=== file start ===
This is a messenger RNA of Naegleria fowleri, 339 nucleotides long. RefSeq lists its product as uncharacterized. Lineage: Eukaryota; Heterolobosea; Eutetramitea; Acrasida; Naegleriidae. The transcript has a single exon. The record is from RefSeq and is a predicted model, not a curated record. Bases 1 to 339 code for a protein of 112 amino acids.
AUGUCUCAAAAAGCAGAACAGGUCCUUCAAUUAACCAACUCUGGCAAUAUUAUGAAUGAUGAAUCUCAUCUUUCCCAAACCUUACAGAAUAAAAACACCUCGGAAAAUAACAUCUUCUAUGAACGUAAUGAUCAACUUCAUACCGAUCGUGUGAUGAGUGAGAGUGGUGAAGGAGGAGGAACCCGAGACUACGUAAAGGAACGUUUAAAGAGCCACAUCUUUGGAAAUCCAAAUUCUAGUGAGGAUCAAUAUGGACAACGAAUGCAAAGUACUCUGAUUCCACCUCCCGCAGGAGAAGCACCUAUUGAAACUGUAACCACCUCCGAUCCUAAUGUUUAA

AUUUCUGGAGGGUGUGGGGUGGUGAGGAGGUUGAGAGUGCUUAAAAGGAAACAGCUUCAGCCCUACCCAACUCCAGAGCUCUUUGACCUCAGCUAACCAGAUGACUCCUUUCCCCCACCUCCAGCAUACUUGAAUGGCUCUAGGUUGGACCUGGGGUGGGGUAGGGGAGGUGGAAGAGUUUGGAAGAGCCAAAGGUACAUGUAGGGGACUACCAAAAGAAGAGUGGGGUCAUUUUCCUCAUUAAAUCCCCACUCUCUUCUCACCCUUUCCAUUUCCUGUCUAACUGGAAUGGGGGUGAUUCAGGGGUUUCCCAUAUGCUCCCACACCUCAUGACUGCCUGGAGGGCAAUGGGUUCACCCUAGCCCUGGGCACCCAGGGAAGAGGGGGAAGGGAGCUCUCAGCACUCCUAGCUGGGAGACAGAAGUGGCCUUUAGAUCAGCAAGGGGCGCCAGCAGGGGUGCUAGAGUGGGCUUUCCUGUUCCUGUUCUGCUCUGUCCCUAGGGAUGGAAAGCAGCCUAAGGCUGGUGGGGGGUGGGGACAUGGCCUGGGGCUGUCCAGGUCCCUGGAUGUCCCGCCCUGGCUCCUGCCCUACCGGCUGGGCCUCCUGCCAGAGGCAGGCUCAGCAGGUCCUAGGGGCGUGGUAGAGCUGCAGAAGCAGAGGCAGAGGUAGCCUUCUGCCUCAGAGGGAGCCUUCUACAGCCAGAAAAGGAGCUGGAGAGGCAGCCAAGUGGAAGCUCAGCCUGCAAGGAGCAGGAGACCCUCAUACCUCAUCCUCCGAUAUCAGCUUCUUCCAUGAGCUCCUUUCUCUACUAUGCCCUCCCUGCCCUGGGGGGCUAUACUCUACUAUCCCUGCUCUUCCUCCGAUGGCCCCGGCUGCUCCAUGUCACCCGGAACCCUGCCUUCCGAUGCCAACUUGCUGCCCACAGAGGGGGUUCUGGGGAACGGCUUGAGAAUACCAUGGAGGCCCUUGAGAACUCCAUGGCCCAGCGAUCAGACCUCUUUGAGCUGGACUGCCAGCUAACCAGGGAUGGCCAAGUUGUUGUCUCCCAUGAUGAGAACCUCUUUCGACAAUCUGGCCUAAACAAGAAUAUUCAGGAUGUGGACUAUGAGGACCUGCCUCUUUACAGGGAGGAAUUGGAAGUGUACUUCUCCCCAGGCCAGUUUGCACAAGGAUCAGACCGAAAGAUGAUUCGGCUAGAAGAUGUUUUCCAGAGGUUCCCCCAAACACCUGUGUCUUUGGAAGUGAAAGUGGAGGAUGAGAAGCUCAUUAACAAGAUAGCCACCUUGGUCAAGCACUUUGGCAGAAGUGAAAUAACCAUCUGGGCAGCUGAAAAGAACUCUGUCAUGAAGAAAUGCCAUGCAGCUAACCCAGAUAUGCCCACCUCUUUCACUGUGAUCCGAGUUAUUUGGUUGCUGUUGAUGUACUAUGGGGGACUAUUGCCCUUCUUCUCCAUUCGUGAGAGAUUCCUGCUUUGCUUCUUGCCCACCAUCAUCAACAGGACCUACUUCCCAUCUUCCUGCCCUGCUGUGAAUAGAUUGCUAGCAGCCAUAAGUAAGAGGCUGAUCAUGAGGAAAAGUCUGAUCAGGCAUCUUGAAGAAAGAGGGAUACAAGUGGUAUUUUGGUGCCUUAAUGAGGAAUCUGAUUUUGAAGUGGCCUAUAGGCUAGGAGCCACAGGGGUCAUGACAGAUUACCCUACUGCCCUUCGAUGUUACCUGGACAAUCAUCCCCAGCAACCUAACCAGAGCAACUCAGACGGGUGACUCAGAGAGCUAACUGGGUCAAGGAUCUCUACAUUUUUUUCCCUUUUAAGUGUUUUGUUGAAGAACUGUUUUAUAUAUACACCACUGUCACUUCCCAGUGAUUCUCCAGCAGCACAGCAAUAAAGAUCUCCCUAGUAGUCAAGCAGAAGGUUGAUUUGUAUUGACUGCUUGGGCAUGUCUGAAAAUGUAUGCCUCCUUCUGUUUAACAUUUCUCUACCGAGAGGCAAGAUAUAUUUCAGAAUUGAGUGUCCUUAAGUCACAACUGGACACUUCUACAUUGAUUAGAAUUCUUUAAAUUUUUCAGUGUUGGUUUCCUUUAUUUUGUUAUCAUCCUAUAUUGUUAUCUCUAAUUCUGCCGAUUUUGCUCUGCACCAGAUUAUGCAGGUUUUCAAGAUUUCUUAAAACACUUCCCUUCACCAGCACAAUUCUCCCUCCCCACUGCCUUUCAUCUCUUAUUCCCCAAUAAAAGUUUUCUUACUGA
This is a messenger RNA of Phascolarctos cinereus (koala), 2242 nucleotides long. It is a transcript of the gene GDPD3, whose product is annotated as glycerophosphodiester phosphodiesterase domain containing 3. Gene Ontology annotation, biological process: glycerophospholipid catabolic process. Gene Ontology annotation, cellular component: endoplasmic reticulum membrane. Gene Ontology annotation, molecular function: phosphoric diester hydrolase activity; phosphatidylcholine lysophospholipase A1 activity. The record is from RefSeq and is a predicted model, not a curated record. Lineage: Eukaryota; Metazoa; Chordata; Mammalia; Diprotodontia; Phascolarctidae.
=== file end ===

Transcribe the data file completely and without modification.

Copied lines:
This is a messenger RNA of Naegleria fowleri, 339 nucleotides long. RefSeq lists its product as uncharacterized. Lineage: Eukaryota; Heterolobosea; Eutetramitea; Acrasida; Naegleriidae. The transcript has a single exon. The record is from RefSeq and is a predicted model, not a curated record. Bases 1 to 339 code for a protein of 112 amino acids.
AUGUCUCAAAAAGCAGAACAGGUCCUUCAAUUAACCAACUCUGGCAAUAUUAUGAAUGAUGAAUCUCAUCUUUCCCAAACCUUACAGAAUAAAAACACCUCGGAAAAUAACAUCUUCUAUGAACGUAAUGAUCAACUUCAUACCGAUCGUGUGAUGAGUGAGAGUGGUGAAGGAGGAGGAACCCGAGACUACGUAAAGGAACGUUUAAAGAGCCACAUCUUUGGAAAUCCAAAUUCUAGUGAGGAUCAAUAUGGACAACGAAUGCAAAGUACUCUGAUUCCACCUCCCGCAGGAGAAGCACCUAUUGAAACUGUAACCACCUCCGAUCCUAAUGUUUAA

AUUUCUGGAGGGUGUGGGGUGGUGAGGAGGUUGAGAGUGCUUAAAAGGAAACAGCUUCAGCCCUACCCAACUCCAGAGCUCUUUGACCUCAGCUAACCAGAUGACUCCUUUCCCCCACCUCCAGCAUACUUGAAUGGCUCUAGGUUGGACCUGGGGUGGGGUAGGGGAGGUGGAAGAGUUUGGAAGAGCCAAAGGUACAUGUAGGGGACUACCAAAAGAAGAGUGGGGUCAUUUUCCUCAUUAAAUCCCCACUCUCUUCUCACCCUUUCCAUUUCCUGUCUAACUGGAAUGGGGGUGAUUCAGGGGUUUCCCAUAUGCUCCCACACCUCAUGACUGCCUGGAGGGCAAUGGGUUCACCCUAGCCCUGGGCACCCAGGGAAGAGGGGGAAGGGAGCUCUCAGCACUCCUAGCUGGGAGACAGAAGUGGCCUUUAGAUCAGCAAGGGGCGCCAGCAGGGGUGCUAGAGUGGGCUUUCCUGUUCCUGUUCUGCUCUGUCCCUAGGGAUGGAAAGCAGCCUAAGGCUGGUGGGGGGUGGGGACAUGGCCUGGGGCUGUCCAGGUCCCUGGAUGUCCCGCCCUGGCUCCUGCCCUACCGGCUGGGCCUCCUGCCAGAGGCAGGCUCAGCAGGUCCUAGGGGCGUGGUAGAGCUGCAGAAGCAGAGGCAGAGGUAGCCUUCUGCCUCAGAGGGAGCCUUCUACAGCCAGAAAAGGAGCUGGAGAGGCAGCCAAGUGGAAGCUCAGCCUGCAAGGAGCAGGAGACCCUCAUACCUCAUCCUCCGAUAUCAGCUUCUUCCAUGAGCUCCUUUCUCUACUAUGCCCUCCCUGCCCUGGGGGGCUAUACUCUACUAUCCCUGCUCUUCCUCCGAUGGCCCCGGCUGCUCCAUGUCACCCGGAACCCUGCCUUCCGAUGCCAACUUGCUGCCCACAGAGGGGGUUCUGGGGAACGGCUUGAGAAUACCAUGGAGGCCCUUGAGAACUCCAUGGCCCAGCGAUCAGACCUCUUUGAGCUGGACUGCCAGCUAACCAGGGAUGGCCAAGUUGUUGUCUCCCAUGAUGAGAACCUCUUUCGACAAUCUGGCCUAAACAAGAAUAUUCAGGAUGUGGACUAUGAGGACCUGCCUCUUUACAGGGAGGAAUUGGAAGUGUACUUCUCCCCAGGCCAGUUUGCACAAGGAUCAGACCGAAAGAUGAUUCGGCUAGAAGAUGUUUUCCAGAGGUUCCCCCAAACACCUGUGUCUUUGGAAGUGAAAGUGGAGGAUGAGAAGCUCAUUAACAAGAUAGCCACCUUGGUCAAGCACUUUGGCAGAAGUGAAAUAACCAUCUGGGCAGCUGAAAAGAACUCUGUCAUGAAGAAAUGCCAUGCAGCUAACCCAGAUAUGCCCACCUCUUUCACUGUGAUCCGAGUUAUUUGGUUGCUGUUGAUGUACUAUGGGGGACUAUUGCCCUUCUUCUCCAUUCGUGAGAGAUUCCUGCUUUGCUUCUUGCCCACCAUCAUCAACAGGACCUACUUCCCAUCUUCCUGCCCUGCUGUGAAUAGAUUGCUAGCAGCCAUAAGUAAGAGGCUGAUCAUGAGGAAAAGUCUGAUCAGGCAUCUUGAAGAAAGAGGGAUACAAGUGGUAUUUUGGUGCCUUAAUGAGGAAUCUGAUUUUGAAGUGGCCUAUAGGCUAGGAGCCACAGGGGUCAUGACAGAUUACCCUACUGCCCUUCGAUGUUACCUGGACAAUCAUCCCCAGCAACCUAACCAGAGCAACUCAGACGGGUGACUCAGAGAGCUAACUGGGUCAAGGAUCUCUACAUUUUUUUCCCUUUUAAGUGUUUUGUUGAAGAACUGUUUUAUAUAUACACCACUGUCACUUCCCAGUGAUUCUCCAGCAGCACAGCAAUAAAGAUCUCCCUAGUAGUCAAGCAGAAGGUUGAUUUGUAUUGACUGCUUGGGCAUGUCUGAAAAUGUAUGCCUCCUUCUGUUUAACAUUUCUCUACCGAGAGGCAAGAUAUAUUUCAGAAUUGAGUGUCCUUAAGUCACAACUGGACACUUCUACAUUGAUUAGAAUUCUUUAAAUUUUUCAGUGUUGGUUUCCUUUAUUUUGUUAUCAUCCUAUAUUGUUAUCUCUAAUUCUGCCGAUUUUGCUCUGCACCAGAUUAUGCAGGUUUUCAAGAUUUCUUAAAACACUUCCCUUCACCAGCACAAUUCUCCCUCCCCACUGCCUUUCAUCUCUUAUUCCCCAAUAAAAGUUUUCUUACUGA
This is a messenger RNA of Phascolarctos cinereus (koala), 2242 nucleotides long. It is a transcript of the gene GDPD3, whose product is annotated as glycerophosphodiester phosphodiesterase domain containing 3. Gene Ontology annotation, biological process: glycerophospholipid catabolic process. Gene Ontology annotation, cellular component: endoplasmic reticulum membrane. Gene Ontology annotation, molecular function: phosphoric diester hydrolase activity; phosphatidylcholine lysophospholipase A1 activity. The record is from RefSeq and is a predicted model, not a curated record. Lineage: Eukaryota; Metazoa; Chordata; Mammalia; Diprotodontia; Phascolarctidae.